On Sunday, February 27, my boyfriend and I happened to be staying in a Radisson in Fisherman’s Wharf in San Francisco. Just across the street, I could see Alcatraz, a mere 12-minute ferry ride away. And beyond Alcatraz? Sausalito — a place I knew only one thing about.
In 1976, Mick Fleetwood took his band, Fleetwood Mac, to Sausalito to work on the not-yet-titled Rumours album. He had, according to his 1990 memoir, “heard good things about a studio called the Record Plant” (169), which had also been the studio choice of John Lee Hooker, Journey, and the Wailers, among many others. It was there, in Sly Stone’s Pit, that Stevie Nicks sat by herself one day and wrote “Dreams.”
I had to go. I had to go to the place where Stevie wrote “Dreams.” I had to go to the place where she cut “Gold Dust Woman” after eight takes. I had to go to the place where “Silver Springs” was relegated to B-side status. I was going to be right there. I had to walk up to the front door as if I could go in.
First, I found pictures of the building online, so I would know what I was looking for. Then I Google-mapped the address, 2200 Bridgeway, for a sense of context, but got nothing but trees; did that mean it was a bit off the beaten path? Too, I wasn’t sure about distances; I knew, care of a handy tourist map offered by the city of Sausalito, that Bridgeway would be right where we got off the ferry. But would numbers jump quickly, or be spread wide apart? Would it be a 25-minute walk, or a 2-hour drive? And what about all those trees?
When we arrived in Sausalito, we were greeted by a long-haired guy, cradling a guitar and small dog, yapping, “Welcome to Paradise! You made it!” On the main strip, a man held court with a white parrot and small audience, while another, just a few feet away, built rock sculptures on the shore. All three were putting on their best show. A few steps to the left and I would be foot-deep in ocean.
I was anxious to start looking for 2200 Bridgeway. But first things first. In the Winship, we hunkered down inside a booth for chowder and salmon. I wanted to touch the glass that separated our booth from the silent couple on the other side; glass that had a frosted scene of fish swimming, glass that had a small sticker glued on it that said, “Don’t touch.”
After lunch, we walked Bridgeway’s other direction, determined to see if we could make the distance to 2200. Within a block or two we noted that the numbers jumped fast, and I got optimistic. We passed a Mexican fish taco stand, a lighthouse coffee shop, a doctor’s office, and houses perched into a hillside.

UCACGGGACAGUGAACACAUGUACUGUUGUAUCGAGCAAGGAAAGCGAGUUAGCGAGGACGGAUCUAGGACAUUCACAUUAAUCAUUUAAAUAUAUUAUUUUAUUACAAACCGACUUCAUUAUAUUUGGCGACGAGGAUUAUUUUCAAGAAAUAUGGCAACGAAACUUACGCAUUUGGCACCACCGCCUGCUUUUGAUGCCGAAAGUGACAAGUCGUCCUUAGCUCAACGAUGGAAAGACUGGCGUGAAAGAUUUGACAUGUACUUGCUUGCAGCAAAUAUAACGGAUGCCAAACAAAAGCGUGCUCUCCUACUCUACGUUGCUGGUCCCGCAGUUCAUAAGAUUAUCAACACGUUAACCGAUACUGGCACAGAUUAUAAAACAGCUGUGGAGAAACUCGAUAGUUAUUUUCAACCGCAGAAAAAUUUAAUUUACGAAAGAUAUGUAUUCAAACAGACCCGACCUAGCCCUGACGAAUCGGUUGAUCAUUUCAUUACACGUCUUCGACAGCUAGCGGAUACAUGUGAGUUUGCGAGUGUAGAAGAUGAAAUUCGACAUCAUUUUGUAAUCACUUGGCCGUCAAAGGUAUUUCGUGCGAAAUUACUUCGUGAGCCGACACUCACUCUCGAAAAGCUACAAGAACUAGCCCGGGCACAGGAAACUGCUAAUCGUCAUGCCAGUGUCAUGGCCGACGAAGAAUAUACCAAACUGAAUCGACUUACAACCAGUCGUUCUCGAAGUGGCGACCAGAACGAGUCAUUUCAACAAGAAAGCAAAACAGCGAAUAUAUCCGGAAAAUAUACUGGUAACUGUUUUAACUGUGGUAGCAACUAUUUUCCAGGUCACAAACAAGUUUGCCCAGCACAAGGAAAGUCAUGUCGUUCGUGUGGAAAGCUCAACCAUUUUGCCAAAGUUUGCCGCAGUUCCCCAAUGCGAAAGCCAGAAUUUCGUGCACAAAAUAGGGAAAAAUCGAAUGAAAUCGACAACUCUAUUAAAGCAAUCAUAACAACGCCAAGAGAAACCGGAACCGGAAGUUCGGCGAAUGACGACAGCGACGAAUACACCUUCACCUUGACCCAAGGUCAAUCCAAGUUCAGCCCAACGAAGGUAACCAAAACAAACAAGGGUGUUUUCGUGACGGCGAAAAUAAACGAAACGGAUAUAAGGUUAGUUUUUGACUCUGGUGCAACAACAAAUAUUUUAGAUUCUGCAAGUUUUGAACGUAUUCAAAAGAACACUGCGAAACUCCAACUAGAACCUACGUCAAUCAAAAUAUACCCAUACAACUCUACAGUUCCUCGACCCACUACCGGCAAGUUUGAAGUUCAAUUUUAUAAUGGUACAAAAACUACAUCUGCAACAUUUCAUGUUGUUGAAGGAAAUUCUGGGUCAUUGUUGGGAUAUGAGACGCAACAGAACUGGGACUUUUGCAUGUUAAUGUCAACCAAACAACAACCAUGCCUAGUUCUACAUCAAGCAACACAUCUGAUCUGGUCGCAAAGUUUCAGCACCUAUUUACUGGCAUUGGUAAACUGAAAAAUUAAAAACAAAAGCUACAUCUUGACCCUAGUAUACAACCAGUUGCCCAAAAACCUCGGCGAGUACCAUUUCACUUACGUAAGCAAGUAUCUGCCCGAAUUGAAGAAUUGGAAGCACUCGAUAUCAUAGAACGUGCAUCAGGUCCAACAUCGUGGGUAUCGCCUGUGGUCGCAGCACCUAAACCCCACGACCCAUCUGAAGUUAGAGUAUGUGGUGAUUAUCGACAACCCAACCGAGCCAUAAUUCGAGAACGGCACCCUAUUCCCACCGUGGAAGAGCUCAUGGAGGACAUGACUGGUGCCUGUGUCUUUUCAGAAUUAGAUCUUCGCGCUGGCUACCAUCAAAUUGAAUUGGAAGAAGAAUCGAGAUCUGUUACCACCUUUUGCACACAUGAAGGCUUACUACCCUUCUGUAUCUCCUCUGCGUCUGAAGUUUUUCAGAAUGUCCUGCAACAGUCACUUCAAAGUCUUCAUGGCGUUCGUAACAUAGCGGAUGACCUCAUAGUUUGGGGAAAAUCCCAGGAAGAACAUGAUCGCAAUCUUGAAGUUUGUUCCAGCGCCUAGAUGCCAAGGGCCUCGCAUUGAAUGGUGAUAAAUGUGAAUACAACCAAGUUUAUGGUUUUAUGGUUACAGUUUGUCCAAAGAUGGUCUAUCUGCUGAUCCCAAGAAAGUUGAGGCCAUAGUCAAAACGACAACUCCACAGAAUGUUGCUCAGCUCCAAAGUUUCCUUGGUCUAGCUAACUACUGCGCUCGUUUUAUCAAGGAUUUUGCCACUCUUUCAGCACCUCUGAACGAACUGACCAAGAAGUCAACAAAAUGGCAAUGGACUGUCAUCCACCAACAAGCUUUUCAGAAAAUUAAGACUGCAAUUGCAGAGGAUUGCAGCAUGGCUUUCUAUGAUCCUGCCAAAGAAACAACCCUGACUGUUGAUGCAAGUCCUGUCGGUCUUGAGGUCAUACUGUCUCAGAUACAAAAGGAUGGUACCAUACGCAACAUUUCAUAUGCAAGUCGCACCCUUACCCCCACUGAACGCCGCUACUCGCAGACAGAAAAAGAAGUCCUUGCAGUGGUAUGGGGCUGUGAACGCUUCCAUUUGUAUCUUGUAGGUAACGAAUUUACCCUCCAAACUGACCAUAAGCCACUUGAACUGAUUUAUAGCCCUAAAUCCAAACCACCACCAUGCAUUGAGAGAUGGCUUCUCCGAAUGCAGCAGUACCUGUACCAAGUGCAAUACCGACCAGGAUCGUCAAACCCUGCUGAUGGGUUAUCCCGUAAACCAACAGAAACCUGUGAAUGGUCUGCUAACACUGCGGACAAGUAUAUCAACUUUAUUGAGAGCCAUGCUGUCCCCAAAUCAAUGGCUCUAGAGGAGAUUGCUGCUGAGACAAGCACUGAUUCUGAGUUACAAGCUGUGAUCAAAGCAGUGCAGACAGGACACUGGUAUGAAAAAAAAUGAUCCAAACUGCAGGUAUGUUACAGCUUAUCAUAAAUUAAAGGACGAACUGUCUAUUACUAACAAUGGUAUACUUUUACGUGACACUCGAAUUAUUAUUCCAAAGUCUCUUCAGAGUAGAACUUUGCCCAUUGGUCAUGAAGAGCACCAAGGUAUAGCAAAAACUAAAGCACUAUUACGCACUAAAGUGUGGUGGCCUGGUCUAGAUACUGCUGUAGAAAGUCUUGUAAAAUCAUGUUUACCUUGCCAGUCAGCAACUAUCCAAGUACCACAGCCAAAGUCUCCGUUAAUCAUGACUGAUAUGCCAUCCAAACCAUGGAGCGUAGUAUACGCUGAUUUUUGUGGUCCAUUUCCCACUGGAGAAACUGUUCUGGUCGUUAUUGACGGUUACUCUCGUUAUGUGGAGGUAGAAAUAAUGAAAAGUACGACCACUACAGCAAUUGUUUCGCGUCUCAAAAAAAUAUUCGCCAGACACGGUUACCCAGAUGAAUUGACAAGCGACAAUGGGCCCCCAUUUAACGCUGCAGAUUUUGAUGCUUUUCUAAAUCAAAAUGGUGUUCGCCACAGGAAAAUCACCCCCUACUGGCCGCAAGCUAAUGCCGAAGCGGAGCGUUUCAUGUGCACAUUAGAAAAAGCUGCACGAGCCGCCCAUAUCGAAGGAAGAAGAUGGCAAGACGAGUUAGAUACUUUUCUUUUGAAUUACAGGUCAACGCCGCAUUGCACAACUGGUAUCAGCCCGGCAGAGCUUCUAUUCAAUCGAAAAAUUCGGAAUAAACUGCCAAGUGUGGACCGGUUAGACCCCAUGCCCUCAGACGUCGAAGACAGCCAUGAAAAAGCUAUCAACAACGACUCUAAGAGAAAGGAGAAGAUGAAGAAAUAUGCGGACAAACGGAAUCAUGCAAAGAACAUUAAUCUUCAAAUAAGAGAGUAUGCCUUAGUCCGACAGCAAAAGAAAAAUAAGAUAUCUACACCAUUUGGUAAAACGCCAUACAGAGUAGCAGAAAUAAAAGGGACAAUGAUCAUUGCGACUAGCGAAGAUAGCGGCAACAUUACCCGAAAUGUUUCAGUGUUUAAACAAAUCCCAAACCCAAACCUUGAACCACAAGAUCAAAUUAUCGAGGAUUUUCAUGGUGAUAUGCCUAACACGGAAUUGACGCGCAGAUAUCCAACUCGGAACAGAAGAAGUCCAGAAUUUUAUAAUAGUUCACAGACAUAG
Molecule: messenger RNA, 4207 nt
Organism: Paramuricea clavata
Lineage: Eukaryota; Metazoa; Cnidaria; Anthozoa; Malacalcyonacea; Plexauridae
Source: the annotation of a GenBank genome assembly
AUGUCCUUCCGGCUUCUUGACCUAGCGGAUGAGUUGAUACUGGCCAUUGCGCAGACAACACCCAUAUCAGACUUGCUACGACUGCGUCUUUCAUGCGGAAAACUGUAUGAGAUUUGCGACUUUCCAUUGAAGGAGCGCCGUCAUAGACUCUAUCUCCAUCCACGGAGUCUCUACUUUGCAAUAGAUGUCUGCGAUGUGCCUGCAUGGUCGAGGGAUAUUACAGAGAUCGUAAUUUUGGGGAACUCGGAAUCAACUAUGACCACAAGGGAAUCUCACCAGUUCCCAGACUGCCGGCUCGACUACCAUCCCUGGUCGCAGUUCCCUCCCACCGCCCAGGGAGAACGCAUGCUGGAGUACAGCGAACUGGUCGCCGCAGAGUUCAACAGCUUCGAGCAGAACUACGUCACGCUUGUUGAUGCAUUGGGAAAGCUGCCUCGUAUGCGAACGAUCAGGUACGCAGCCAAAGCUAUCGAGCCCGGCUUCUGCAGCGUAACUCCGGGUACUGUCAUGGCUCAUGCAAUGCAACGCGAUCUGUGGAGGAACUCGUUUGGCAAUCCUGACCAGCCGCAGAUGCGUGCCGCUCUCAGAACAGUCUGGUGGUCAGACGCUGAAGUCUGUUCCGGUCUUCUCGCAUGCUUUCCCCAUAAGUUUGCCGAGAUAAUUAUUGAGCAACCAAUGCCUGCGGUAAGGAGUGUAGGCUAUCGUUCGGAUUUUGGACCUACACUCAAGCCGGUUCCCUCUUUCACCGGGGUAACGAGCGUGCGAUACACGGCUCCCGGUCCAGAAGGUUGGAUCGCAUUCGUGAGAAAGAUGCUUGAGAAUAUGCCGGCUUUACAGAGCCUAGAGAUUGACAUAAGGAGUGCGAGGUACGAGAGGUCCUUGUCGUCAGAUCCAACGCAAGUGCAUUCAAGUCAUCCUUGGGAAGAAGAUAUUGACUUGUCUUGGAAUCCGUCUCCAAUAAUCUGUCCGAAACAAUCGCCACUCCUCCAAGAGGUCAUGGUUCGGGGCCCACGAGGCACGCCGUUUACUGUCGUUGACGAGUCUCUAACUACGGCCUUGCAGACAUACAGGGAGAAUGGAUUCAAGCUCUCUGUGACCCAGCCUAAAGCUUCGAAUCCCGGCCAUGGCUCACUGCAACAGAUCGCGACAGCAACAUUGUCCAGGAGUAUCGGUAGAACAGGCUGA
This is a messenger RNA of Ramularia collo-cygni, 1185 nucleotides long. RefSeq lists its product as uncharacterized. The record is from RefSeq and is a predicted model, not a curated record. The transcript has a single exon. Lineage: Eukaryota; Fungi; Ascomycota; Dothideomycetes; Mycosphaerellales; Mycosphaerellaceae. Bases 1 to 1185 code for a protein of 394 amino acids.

At a crossroads with Marinship Dr., down a dirt path to the right, was 2000 Bridgeway. It seemed as if Marinship and Bridgeway became the same road, and I knew we were close, that it had to be down this dirt path, what Andy called my “Abbey Road,” and I wanted to run. So, since I can’t run, I lightly jogged, past the European tourists who, with cameras drawn, I was sure were on the same journey as me. Because, just ahead, beyond all the overgrown trees and a parking lot, was 2200.
But the Europeans walked by without so much as giving me a strange look. And so, I waltzed right up to the wood door to admire its carved out impressions of animals playing instruments. I turned the doorknob; I looked in the mailbox. I even rubbed the wooden post as if it were a gold bottle, as if out of the splintered grain a rock n’ roll genie would float out, and, with a raspy wail, grant me three wishes.
I looked around, wondering if Stevie ever hung out in the parking lot just to escape the haze of long days in the studio, or the tumult that working with your ex surely had wrought. I wondered if she had walked the length of Bridgeway as we just had, to go into town to the vintage shop where I saw this lush red coat hanging in a doorway.
I wondered if she had seen some of the same sights.
Too, I wondered what it was like inside; Fleetwood writes, “the studio itself proved to be a bizarre place to work. … Sly Stone’s Pit…was a sunken lounge, heavily carpeted in thick, revolting, bordello-like burgundy shag….” (171). How I wanted to see the very spot where the lines, “Listen carefully to the sound of your loneliness like a heartbeat drives you mad… In the stillness of remembering what you had…and what you lost…” were written.
But, of course, I couldn’t go in.
2200 Bridgeway, aka, The Plant, is, now, just an abandoned building with a fading white address and a For Sale sign tacked to its wood shingles. No longer operational, no longer legendary. Nobody seems to want to save it, or renovate it, or buy it. There it sits, unremarkable, just as it did in 1976, surrounded by other workplaces, and just off to the left, a marina. Despite its lonely stand, it was, for me, a small paradise, a small monument to a rock n’ roll past. Indeed, whatever energy was here, thirty-five years ago, that I had come to feel, had long since dissipated into the bay air. But it was still kind of cool to stand at the door and imagine.
Fleetwood, Mick (with Stephen Davis). Fleetwood: My Life and Adventures in Fleetwood Mac. NY: Avon, 1990.